About the Species
Yelloweye rockfish are among the longest lived of rockfishes, with maximum age reported to be up to 150 years. This species also is very slow growing and late to mature. Although conservation measures like fishing bans have been put in place in Puget Sound, recovery from threats such as past overfishing and continued bycatch will take many years due to the life history of yelloweye rockfish. The Puget Sound/Georgia Basin distinct population segment (DPS) in Washington State is listed as threatened under the Endangered Species Act.
Non-ESA listed populations of yelloweye rockfish are harvested in commercial and recreational fisheries off the West Coast and Alaska. Fisheries harvest of yelloweye rockfish is managed under the following Fishery Management Plans (FMPs):
- Pacific Coast Groundfish FMP
- Groundfish of the Gulf of Alaska FMP
- Groundfish of the Bering Sea and Aleutian Islands FMP
NOAA Fisheries is committed to conserving and protecting yelloweye rockfish. Our scientists and partners use a variety of innovative techniques to study, learn more about, and protect this species.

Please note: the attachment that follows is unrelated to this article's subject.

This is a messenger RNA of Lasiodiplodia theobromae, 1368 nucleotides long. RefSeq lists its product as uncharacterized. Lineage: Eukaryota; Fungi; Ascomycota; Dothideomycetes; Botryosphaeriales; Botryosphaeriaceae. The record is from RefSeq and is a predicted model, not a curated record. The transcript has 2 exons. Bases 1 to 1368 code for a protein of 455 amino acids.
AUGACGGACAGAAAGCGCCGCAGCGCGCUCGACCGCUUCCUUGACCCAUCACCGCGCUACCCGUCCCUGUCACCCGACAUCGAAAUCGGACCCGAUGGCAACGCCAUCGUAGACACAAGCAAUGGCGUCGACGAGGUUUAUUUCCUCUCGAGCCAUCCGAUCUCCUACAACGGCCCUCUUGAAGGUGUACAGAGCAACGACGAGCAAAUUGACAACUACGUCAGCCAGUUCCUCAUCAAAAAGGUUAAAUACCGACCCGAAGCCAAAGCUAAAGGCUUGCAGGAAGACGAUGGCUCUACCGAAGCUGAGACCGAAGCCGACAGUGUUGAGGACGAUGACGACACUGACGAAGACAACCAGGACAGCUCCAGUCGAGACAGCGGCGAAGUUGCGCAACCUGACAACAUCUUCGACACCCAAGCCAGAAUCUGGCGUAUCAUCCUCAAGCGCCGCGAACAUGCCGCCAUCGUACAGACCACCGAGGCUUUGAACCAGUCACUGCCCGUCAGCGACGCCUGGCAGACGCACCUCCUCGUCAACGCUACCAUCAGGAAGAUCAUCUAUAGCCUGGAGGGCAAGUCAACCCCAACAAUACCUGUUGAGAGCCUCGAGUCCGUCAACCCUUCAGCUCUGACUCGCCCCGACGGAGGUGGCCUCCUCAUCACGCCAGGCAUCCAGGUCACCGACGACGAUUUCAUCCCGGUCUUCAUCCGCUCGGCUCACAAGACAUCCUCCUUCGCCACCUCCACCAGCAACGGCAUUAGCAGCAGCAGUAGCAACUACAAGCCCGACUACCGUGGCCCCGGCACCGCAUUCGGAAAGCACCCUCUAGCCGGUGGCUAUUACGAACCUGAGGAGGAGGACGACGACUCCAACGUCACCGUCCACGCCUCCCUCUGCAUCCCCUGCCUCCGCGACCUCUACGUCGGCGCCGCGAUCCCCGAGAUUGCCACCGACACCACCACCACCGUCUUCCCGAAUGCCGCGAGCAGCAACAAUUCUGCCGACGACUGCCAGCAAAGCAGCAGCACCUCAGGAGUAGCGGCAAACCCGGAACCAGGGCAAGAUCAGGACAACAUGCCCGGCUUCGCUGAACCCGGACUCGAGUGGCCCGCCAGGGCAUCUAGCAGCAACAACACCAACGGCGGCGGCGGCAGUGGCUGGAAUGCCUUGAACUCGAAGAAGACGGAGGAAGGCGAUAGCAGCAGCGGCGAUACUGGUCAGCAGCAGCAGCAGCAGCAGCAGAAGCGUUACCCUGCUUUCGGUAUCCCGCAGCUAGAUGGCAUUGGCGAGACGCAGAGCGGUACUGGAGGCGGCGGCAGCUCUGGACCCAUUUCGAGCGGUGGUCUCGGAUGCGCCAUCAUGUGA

Yelloweye rockfish were once part of a vibrant recreational and commercial groundfish fishery in Puget Sound. Because all rockfish species are an important part of the food web, actions to support rockfish recovery would benefit the Puget Sound ecosystem. For instance, larval and juvenile rockfish are a food source for juvenile salmon and other marine fish and seabirds.
Many rockfish species do not begin to reproduce until they are 5 to 20 years old, their recruitment varies from year to year and reproductive success occurs at the right combination of temperature, food supply and upwelling intensity. Therefore, these species are dependent on maintaining extended population age structure, and thus very susceptible to overfishing and habitat degradation.
Washington State has closed many commercial fisheries that caught rockfishes incidentally, and there is no direct commercial harvest of them in Puget Sound. Recreationally, targeting or retaining any species of rockfish in Puget Sound waters east of the Port Angeles area is not allowed.